Appearing from 2004-2006, the Harrington books had a huge influence not only on tournament strategy but also on how subsequent strategy writers talked about tournaments and how to approach them. Even as thinking evolved and new concepts were introduced (e.g., "ICM" or the Independent Chip Model), Harrington and Robertie's approach to discussing tournament strategy had a lasting influence going forward.
Perhaps one of the most cited concepts from the Harrington on Hold'em books was presented in full in Volume 2. It was a way of talking about stack sizes designed to help players know what strategy to employ as the number of chips they hand changed.
The concept was called "M," the name having been used by Paul Magriel to refer to an idea that had in fact "been floating around the poker world for a long time." "M" was a number representing "the ratio of your stack to the current total of blinds and antes." The number theoretically indicated the number of orbits a player could last in a tournament if he or she folded every hand.
Paul Magriel sadly passed in early 2018. Read about his remarkable life here: "Poker Pro, Backgammon Champion Paul Magriel Dead at 71."
Say the tournament has reached the 10,000/20,000 level and the antes are 3,000, there are nine people at the table in this full ring event, and you have 570,000 in your stack. Your "M" would be exactly 10 (suggesting you could fold for 10 orbits and lose the blinds and antes along the way before busting).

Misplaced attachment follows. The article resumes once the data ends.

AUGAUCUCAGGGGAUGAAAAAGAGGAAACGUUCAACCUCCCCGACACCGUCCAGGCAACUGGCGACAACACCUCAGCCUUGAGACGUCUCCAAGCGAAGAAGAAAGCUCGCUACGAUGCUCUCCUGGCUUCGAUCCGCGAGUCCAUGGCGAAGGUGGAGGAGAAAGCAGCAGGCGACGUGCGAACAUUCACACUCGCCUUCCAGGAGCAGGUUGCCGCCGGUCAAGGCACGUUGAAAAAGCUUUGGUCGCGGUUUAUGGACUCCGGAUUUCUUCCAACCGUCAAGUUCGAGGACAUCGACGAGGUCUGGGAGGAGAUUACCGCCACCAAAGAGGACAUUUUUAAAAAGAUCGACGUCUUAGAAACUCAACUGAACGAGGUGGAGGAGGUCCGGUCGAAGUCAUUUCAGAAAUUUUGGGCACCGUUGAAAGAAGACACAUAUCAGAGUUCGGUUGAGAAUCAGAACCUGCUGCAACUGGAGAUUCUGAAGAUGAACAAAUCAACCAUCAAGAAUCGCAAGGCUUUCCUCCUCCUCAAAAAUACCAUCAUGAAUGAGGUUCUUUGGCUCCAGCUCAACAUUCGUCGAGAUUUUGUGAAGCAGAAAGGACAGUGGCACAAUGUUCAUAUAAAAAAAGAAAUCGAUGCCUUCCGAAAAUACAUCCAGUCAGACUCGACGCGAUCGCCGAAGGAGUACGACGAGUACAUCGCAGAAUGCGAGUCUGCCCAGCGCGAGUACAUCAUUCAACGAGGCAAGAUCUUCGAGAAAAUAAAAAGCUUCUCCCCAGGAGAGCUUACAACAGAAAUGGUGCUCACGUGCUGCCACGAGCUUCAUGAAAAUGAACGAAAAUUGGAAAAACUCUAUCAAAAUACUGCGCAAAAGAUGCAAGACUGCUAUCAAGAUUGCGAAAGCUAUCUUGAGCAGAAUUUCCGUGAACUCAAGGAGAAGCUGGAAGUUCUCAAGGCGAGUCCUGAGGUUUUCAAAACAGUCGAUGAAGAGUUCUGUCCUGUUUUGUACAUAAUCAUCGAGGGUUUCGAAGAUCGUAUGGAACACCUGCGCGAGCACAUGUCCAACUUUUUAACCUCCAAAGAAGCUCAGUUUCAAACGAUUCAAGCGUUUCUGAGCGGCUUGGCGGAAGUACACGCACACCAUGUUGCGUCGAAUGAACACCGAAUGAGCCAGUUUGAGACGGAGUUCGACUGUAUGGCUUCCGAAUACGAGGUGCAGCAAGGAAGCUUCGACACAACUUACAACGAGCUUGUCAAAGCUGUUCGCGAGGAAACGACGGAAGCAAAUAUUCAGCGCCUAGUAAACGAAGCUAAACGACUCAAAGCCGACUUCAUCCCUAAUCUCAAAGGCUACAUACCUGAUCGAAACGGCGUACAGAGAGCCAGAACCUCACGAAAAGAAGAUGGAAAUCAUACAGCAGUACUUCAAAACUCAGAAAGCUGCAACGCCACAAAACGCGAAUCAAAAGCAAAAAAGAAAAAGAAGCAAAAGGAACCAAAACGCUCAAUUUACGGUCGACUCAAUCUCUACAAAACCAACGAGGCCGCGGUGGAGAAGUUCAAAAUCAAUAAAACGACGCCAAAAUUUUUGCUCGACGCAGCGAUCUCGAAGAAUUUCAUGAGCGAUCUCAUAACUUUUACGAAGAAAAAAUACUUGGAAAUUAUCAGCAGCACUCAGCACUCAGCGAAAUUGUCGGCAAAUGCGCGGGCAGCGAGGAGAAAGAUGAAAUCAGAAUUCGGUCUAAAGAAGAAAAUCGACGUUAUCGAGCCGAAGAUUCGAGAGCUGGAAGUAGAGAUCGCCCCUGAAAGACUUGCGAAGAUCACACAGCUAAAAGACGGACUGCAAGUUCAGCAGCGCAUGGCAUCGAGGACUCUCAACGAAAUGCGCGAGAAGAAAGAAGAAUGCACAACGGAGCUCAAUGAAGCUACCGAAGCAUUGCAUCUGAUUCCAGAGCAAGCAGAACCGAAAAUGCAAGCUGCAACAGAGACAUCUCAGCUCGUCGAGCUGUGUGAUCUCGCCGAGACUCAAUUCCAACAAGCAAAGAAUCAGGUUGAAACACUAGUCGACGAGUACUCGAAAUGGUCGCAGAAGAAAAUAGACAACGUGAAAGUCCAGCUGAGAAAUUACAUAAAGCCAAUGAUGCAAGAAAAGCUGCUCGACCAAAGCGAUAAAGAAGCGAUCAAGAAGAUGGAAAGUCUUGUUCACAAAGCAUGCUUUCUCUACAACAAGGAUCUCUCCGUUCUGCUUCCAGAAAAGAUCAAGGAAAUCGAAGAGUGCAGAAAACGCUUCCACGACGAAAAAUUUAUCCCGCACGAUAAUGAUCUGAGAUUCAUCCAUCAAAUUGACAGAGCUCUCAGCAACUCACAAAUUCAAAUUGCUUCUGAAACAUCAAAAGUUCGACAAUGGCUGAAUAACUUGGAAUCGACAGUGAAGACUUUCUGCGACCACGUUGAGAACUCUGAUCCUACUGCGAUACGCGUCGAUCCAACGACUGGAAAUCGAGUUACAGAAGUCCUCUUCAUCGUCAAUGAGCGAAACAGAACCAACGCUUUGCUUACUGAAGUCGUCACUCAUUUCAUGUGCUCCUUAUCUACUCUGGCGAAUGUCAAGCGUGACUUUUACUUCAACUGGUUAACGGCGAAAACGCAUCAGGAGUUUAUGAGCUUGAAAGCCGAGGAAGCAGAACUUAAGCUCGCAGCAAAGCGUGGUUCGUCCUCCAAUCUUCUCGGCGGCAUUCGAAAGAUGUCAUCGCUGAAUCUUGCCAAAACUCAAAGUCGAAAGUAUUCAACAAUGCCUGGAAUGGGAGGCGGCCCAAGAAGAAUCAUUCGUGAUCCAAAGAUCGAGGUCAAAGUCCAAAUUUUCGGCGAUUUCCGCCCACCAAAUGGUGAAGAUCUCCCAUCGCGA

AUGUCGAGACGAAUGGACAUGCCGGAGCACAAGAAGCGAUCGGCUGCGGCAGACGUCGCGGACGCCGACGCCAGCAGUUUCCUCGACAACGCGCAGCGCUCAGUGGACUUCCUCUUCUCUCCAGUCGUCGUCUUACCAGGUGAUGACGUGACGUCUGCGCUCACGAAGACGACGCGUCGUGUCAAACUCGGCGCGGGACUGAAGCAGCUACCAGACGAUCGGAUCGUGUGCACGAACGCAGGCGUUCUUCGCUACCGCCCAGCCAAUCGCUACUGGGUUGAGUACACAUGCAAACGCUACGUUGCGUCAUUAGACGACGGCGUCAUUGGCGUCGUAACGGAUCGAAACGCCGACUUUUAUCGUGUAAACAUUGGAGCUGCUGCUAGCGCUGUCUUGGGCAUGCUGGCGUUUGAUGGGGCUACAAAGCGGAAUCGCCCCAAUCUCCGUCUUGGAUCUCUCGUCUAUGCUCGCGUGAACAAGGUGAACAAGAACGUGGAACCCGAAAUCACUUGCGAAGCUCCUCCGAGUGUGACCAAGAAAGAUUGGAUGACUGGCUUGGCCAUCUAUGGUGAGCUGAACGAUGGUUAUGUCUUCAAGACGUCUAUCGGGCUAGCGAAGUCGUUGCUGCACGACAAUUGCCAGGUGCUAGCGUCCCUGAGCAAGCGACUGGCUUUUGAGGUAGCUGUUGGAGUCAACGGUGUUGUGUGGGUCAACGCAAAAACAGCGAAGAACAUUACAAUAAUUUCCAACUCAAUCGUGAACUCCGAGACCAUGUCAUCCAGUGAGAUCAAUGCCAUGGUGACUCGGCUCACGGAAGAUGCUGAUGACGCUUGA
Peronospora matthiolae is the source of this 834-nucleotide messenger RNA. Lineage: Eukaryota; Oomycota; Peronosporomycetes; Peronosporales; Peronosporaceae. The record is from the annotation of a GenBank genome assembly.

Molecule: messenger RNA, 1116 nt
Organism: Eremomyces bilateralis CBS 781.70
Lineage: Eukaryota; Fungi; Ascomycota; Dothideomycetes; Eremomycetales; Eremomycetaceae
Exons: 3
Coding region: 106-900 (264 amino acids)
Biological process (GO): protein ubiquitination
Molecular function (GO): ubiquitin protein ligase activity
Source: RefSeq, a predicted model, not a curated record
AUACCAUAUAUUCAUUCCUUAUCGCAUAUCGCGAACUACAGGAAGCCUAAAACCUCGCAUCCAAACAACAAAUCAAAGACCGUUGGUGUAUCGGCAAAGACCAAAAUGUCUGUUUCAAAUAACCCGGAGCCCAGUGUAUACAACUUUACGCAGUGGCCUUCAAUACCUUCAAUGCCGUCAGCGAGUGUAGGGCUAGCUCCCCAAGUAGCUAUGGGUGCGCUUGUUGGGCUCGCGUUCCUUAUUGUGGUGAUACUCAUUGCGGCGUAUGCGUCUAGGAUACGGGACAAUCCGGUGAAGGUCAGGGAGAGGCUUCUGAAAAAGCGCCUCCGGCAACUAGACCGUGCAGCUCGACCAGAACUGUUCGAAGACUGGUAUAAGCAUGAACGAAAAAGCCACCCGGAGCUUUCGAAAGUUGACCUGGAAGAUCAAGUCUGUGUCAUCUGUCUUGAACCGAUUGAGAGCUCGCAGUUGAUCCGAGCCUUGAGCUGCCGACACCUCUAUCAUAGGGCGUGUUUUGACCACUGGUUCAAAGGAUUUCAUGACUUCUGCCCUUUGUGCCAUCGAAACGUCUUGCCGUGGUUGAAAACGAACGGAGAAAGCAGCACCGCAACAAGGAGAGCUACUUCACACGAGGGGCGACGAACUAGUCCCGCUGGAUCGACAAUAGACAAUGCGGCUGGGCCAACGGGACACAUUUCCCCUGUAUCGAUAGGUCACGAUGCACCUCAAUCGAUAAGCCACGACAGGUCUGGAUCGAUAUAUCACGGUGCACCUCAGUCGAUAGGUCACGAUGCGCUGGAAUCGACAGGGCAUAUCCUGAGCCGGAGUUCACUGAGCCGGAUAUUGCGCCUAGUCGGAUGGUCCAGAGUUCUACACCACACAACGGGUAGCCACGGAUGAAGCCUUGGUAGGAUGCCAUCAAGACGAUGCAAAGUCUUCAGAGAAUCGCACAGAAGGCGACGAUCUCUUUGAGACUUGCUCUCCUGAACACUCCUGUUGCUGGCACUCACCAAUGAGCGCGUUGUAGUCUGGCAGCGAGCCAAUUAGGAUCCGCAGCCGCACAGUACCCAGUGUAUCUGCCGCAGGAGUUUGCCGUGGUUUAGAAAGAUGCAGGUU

To calculate "M" you had to add up the blinds (10,000 + 20,000 = 30,000) and the antes you'd spend during one full orbit (3,000 x 9 = 27,000), then divide your stack by that total (570,000 / 57,000 = 10). Harrington and Robertie suggested estimating your "M" before every hand, thus positioning you to know at every decision point what your relative stack depth was and thus how to approach playing the hand.
Late in tournaments the chip leader might have an "M" of 30 or 40, but in many cases most players will have a considerably smaller "M." And of course you don't want to fall down too low, as having an "M" of say 2 or 3 (or less) often makes it less likely you'll get a fold should you open-shove. You'd lose part of your "first-in vigorish" as Harrington and Robertie called it (today we talk instead about having "fold equity").
Could the BBA Bring Back the "M"?
"M" was pretty popular there for a few years, although by the early 2010s it had faded from usage as players more often simply referred to how many BBs they had.
I'm pretty sure the hassle of having to add up the antes before making the calculation of "M" was the primary reason that talk of stack sizes moved away from "M" and toward BBs. In that above example with 570,000 at the 10K/20K/3K level, it's a lot quicker just to say you have about 29 big blinds then to calcuate that your "M" is 10.